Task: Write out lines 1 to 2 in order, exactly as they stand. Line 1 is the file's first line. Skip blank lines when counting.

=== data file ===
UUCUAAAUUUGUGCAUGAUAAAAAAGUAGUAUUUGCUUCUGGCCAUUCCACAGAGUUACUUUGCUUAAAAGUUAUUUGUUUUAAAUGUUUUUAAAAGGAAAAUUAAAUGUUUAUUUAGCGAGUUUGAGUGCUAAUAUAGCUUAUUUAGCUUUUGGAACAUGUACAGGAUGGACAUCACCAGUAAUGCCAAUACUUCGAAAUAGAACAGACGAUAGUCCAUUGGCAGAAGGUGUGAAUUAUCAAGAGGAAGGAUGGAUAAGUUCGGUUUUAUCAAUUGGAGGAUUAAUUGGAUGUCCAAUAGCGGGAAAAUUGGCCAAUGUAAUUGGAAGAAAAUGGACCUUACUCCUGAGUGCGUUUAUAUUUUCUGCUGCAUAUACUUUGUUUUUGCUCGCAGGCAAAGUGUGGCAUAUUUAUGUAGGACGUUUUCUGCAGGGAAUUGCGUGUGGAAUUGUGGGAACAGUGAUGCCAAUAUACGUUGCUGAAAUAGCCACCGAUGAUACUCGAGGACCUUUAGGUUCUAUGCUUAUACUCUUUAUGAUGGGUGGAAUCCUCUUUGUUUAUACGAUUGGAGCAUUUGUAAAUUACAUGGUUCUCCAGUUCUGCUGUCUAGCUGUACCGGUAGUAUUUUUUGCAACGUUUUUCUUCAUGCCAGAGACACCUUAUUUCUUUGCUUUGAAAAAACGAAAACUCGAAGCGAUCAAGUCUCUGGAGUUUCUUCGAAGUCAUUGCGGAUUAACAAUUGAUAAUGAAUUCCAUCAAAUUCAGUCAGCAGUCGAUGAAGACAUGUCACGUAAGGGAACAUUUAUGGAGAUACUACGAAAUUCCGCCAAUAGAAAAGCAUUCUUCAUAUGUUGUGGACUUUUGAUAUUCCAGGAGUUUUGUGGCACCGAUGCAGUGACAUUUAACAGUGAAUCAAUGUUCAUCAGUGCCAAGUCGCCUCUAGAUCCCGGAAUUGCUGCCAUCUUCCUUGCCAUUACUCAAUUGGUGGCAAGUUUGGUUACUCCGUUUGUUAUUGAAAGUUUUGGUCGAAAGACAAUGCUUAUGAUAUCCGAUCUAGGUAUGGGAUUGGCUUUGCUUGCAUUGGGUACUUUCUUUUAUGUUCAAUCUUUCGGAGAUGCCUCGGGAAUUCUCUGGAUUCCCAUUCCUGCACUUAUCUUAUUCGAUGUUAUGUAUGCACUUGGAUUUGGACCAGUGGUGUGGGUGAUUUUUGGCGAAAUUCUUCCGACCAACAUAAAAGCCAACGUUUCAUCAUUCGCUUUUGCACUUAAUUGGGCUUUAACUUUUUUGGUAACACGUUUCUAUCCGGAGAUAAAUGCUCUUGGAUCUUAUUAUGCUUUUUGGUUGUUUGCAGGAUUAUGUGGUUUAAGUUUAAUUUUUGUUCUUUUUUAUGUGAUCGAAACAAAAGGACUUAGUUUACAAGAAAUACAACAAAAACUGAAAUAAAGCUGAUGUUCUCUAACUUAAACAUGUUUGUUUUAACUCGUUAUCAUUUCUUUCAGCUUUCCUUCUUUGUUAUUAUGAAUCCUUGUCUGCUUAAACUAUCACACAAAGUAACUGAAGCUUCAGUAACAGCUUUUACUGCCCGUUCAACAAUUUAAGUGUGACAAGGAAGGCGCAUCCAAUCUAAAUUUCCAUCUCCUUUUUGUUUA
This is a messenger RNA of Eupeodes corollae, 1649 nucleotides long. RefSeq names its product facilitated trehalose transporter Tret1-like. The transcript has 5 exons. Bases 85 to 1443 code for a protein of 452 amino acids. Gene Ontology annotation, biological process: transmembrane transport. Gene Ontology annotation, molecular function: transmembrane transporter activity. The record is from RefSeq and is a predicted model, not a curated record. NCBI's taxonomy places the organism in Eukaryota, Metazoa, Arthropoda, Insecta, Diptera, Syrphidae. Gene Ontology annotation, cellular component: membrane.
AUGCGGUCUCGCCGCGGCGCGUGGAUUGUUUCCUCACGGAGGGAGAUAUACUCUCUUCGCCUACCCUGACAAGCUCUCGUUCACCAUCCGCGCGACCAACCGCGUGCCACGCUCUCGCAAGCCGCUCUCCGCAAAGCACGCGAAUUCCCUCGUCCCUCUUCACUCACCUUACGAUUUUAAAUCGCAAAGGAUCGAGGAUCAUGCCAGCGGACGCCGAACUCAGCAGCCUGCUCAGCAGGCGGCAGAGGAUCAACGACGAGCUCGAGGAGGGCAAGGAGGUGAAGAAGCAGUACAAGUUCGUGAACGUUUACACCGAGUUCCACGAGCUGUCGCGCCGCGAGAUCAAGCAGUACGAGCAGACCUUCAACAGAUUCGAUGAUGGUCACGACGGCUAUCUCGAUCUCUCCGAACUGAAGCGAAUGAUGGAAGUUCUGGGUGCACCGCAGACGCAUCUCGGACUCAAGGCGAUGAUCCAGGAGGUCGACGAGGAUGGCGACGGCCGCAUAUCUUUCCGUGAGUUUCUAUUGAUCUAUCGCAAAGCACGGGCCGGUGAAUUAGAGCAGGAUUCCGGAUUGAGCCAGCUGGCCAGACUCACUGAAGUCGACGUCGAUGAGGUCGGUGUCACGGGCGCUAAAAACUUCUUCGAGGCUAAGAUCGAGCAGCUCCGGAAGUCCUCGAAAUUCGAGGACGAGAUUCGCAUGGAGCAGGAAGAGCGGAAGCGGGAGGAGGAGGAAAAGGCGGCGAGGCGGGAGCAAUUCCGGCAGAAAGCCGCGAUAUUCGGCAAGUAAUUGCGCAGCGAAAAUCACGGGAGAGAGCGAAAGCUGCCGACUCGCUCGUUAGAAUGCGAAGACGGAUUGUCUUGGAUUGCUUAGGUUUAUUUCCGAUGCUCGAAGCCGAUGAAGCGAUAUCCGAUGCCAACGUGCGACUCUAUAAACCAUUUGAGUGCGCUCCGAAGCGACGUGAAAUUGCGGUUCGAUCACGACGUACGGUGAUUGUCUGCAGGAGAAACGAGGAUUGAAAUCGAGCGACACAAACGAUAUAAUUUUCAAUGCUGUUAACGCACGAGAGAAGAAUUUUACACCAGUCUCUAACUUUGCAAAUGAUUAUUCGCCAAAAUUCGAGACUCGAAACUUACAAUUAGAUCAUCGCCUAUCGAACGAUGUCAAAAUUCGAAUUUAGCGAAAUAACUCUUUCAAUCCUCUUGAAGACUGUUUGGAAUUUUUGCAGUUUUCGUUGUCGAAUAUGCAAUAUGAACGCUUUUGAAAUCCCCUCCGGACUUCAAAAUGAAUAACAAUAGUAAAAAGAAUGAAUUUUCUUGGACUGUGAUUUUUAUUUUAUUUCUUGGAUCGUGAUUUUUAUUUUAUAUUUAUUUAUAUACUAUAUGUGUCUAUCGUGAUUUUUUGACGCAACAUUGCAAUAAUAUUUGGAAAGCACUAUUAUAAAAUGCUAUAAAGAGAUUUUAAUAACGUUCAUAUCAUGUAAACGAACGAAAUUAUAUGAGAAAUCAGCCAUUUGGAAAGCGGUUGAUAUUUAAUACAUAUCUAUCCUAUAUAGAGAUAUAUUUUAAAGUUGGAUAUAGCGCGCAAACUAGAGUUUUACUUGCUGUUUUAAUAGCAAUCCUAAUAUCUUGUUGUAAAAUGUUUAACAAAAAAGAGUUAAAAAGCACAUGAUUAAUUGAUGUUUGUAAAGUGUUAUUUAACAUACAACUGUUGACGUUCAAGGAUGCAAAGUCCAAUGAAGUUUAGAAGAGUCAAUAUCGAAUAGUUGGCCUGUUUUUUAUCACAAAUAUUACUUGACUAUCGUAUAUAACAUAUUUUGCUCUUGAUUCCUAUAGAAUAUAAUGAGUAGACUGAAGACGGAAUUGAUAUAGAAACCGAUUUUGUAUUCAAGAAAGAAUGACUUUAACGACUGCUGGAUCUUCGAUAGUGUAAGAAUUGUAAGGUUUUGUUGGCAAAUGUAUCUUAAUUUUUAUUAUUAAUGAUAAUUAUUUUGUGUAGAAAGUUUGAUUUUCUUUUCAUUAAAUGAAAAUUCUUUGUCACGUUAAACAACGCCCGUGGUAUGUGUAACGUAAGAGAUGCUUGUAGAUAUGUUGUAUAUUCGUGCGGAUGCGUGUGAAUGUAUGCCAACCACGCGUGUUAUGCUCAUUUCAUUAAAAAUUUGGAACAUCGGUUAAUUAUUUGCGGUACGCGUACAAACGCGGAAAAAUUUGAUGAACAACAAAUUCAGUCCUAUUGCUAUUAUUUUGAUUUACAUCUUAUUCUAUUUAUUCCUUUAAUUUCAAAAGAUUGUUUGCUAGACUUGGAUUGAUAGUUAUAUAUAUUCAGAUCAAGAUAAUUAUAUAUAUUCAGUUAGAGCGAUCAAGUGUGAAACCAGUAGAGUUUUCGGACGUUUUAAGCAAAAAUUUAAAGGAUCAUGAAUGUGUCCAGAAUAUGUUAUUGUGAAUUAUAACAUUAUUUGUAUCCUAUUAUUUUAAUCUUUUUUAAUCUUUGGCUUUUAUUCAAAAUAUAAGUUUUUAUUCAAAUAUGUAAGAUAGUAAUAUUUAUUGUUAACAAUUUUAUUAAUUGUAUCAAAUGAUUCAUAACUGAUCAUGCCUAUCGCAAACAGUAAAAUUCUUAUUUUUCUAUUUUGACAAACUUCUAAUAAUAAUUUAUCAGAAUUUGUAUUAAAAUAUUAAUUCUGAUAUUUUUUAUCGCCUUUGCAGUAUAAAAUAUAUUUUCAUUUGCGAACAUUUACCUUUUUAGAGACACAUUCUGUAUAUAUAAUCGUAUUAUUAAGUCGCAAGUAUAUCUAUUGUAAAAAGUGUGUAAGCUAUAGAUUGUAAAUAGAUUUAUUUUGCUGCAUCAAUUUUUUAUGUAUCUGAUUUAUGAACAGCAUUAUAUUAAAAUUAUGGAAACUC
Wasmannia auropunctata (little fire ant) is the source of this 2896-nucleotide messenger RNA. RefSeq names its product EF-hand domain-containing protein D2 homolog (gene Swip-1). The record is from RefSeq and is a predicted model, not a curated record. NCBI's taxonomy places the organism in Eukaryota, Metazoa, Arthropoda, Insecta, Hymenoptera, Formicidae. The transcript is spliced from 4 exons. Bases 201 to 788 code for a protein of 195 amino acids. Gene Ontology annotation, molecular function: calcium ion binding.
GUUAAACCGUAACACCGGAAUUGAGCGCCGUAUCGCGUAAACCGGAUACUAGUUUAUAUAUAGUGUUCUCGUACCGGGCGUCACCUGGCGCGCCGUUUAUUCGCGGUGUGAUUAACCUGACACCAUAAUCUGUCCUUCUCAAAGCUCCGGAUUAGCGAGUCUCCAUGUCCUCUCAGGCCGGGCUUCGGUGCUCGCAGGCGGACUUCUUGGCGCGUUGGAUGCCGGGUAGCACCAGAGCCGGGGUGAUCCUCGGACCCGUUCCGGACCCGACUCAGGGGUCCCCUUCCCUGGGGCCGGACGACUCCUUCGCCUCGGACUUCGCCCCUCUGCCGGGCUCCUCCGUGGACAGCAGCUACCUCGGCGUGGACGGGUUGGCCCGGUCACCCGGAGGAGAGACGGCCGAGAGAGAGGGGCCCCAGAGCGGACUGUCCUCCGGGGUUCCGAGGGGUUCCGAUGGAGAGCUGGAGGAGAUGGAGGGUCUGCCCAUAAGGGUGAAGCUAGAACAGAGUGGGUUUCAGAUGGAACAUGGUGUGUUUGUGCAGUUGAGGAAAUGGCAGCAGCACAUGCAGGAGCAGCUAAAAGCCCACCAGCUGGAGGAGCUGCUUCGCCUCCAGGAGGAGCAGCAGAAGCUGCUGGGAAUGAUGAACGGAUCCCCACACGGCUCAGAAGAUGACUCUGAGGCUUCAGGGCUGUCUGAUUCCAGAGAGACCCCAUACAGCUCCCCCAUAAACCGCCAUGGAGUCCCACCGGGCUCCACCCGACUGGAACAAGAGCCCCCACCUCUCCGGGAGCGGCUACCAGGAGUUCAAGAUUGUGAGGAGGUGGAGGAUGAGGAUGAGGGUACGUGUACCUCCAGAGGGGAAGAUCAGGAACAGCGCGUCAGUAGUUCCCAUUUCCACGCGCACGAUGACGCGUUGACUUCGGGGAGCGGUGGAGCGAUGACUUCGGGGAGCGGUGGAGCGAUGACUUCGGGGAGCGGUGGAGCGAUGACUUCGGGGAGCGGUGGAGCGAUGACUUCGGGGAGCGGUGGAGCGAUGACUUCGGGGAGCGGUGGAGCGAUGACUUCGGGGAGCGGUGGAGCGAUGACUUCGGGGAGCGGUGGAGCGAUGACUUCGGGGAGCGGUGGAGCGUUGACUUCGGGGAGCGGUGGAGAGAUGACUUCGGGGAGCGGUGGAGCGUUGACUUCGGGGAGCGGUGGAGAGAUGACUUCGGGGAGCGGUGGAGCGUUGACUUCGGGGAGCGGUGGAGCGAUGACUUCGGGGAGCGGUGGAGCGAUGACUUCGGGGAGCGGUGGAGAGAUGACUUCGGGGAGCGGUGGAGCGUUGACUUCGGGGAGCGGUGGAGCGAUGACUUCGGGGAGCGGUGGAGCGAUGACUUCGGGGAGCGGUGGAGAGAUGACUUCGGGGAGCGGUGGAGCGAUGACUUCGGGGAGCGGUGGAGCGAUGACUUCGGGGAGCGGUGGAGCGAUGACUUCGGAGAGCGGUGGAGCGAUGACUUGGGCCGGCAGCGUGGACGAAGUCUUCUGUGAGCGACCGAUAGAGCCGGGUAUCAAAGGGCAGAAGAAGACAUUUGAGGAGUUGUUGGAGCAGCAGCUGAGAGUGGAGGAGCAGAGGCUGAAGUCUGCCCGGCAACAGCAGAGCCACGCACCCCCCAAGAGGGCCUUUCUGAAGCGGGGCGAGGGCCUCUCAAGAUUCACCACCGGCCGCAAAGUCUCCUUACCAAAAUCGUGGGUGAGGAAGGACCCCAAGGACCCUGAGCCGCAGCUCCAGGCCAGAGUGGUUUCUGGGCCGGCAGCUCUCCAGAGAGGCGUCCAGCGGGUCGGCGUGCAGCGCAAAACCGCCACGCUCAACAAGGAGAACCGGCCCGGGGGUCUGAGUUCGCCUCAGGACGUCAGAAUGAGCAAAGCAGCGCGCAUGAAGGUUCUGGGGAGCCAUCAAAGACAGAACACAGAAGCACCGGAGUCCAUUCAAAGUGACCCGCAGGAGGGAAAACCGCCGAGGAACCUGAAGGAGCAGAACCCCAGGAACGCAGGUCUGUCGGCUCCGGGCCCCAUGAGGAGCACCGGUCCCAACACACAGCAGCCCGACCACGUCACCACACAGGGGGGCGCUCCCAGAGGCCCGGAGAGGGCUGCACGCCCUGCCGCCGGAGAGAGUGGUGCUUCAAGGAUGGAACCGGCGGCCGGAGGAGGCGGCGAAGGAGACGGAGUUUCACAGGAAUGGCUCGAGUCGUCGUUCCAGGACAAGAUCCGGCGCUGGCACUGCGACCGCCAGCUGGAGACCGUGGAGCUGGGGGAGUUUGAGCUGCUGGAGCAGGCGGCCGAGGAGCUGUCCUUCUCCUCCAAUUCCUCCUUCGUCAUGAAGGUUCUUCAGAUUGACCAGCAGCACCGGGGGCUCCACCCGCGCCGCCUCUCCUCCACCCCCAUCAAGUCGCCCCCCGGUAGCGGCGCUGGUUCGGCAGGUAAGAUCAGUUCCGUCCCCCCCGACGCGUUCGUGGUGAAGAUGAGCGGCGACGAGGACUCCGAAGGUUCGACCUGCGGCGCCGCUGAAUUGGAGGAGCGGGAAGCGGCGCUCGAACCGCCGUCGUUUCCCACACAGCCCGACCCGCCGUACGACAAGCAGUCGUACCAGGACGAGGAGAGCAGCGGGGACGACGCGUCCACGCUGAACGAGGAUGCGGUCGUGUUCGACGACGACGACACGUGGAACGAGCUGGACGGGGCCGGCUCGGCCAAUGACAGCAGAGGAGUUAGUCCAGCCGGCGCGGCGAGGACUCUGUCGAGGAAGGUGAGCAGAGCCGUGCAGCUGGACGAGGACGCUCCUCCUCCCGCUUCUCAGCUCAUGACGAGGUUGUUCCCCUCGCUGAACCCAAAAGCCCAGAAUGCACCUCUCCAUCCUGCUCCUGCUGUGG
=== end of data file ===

UUCUAAAUUUGUGCAUGAUAAAAAAGUAGUAUUUGCUUCUGGCCAUUCCACAGAGUUACUUUGCUUAAAAGUUAUUUGUUUUAAAUGUUUUUAAAAGGAAAAUUAAAUGUUUAUUUAGCGAGUUUGAGUGCUAAUAUAGCUUAUUUAGCUUUUGGAACAUGUACAGGAUGGACAUCACCAGUAAUGCCAAUACUUCGAAAUAGAACAGACGAUAGUCCAUUGGCAGAAGGUGUGAAUUAUCAAGAGGAAGGAUGGAUAAGUUCGGUUUUAUCAAUUGGAGGAUUAAUUGGAUGUCCAAUAGCGGGAAAAUUGGCCAAUGUAAUUGGAAGAAAAUGGACCUUACUCCUGAGUGCGUUUAUAUUUUCUGCUGCAUAUACUUUGUUUUUGCUCGCAGGCAAAGUGUGGCAUAUUUAUGUAGGACGUUUUCUGCAGGGAAUUGCGUGUGGAAUUGUGGGAACAGUGAUGCCAAUAUACGUUGCUGAAAUAGCCACCGAUGAUACUCGAGGACCUUUAGGUUCUAUGCUUAUACUCUUUAUGAUGGGUGGAAUCCUCUUUGUUUAUACGAUUGGAGCAUUUGUAAAUUACAUGGUUCUCCAGUUCUGCUGUCUAGCUGUACCGGUAGUAUUUUUUGCAACGUUUUUCUUCAUGCCAGAGACACCUUAUUUCUUUGCUUUGAAAAAACGAAAACUCGAAGCGAUCAAGUCUCUGGAGUUUCUUCGAAGUCAUUGCGGAUUAACAAUUGAUAAUGAAUUCCAUCAAAUUCAGUCAGCAGUCGAUGAAGACAUGUCACGUAAGGGAACAUUUAUGGAGAUACUACGAAAUUCCGCCAAUAGAAAAGCAUUCUUCAUAUGUUGUGGACUUUUGAUAUUCCAGGAGUUUUGUGGCACCGAUGCAGUGACAUUUAACAGUGAAUCAAUGUUCAUCAGUGCCAAGUCGCCUCUAGAUCCCGGAAUUGCUGCCAUCUUCCUUGCCAUUACUCAAUUGGUGGCAAGUUUGGUUACUCCGUUUGUUAUUGAAAGUUUUGGUCGAAAGACAAUGCUUAUGAUAUCCGAUCUAGGUAUGGGAUUGGCUUUGCUUGCAUUGGGUACUUUCUUUUAUGUUCAAUCUUUCGGAGAUGCCUCGGGAAUUCUCUGGAUUCCCAUUCCUGCACUUAUCUUAUUCGAUGUUAUGUAUGCACUUGGAUUUGGACCAGUGGUGUGGGUGAUUUUUGGCGAAAUUCUUCCGACCAACAUAAAAGCCAACGUUUCAUCAUUCGCUUUUGCACUUAAUUGGGCUUUAACUUUUUUGGUAACACGUUUCUAUCCGGAGAUAAAUGCUCUUGGAUCUUAUUAUGCUUUUUGGUUGUUUGCAGGAUUAUGUGGUUUAAGUUUAAUUUUUGUUCUUUUUUAUGUGAUCGAAACAAAAGGACUUAGUUUACAAGAAAUACAACAAAAACUGAAAUAAAGCUGAUGUUCUCUAACUUAAACAUGUUUGUUUUAACUCGUUAUCAUUUCUUUCAGCUUUCCUUCUUUGUUAUUAUGAAUCCUUGUCUGCUUAAACUAUCACACAAAGUAACUGAAGCUUCAGUAACAGCUUUUACUGCCCGUUCAACAAUUUAAGUGUGACAAGGAAGGCGCAUCCAAUCUAAAUUUCCAUCUCCUUUUUGUUUA
This is a messenger RNA of Eupeodes corollae, 1649 nucleotides long. RefSeq names its product facilitated trehalose transporter Tret1-like. The transcript has 5 exons. Bases 85 to 1443 code for a protein of 452 amino acids. Gene Ontology annotation, biological process: transmembrane transport. Gene Ontology annotation, molecular function: transmembrane transporter activity. The record is from RefSeq and is a predicted model, not a curated record. NCBI's taxonomy places the organism in Eukaryota, Metazoa, Arthropoda, Insecta, Diptera, Syrphidae. Gene Ontology annotation, cellular component: membrane.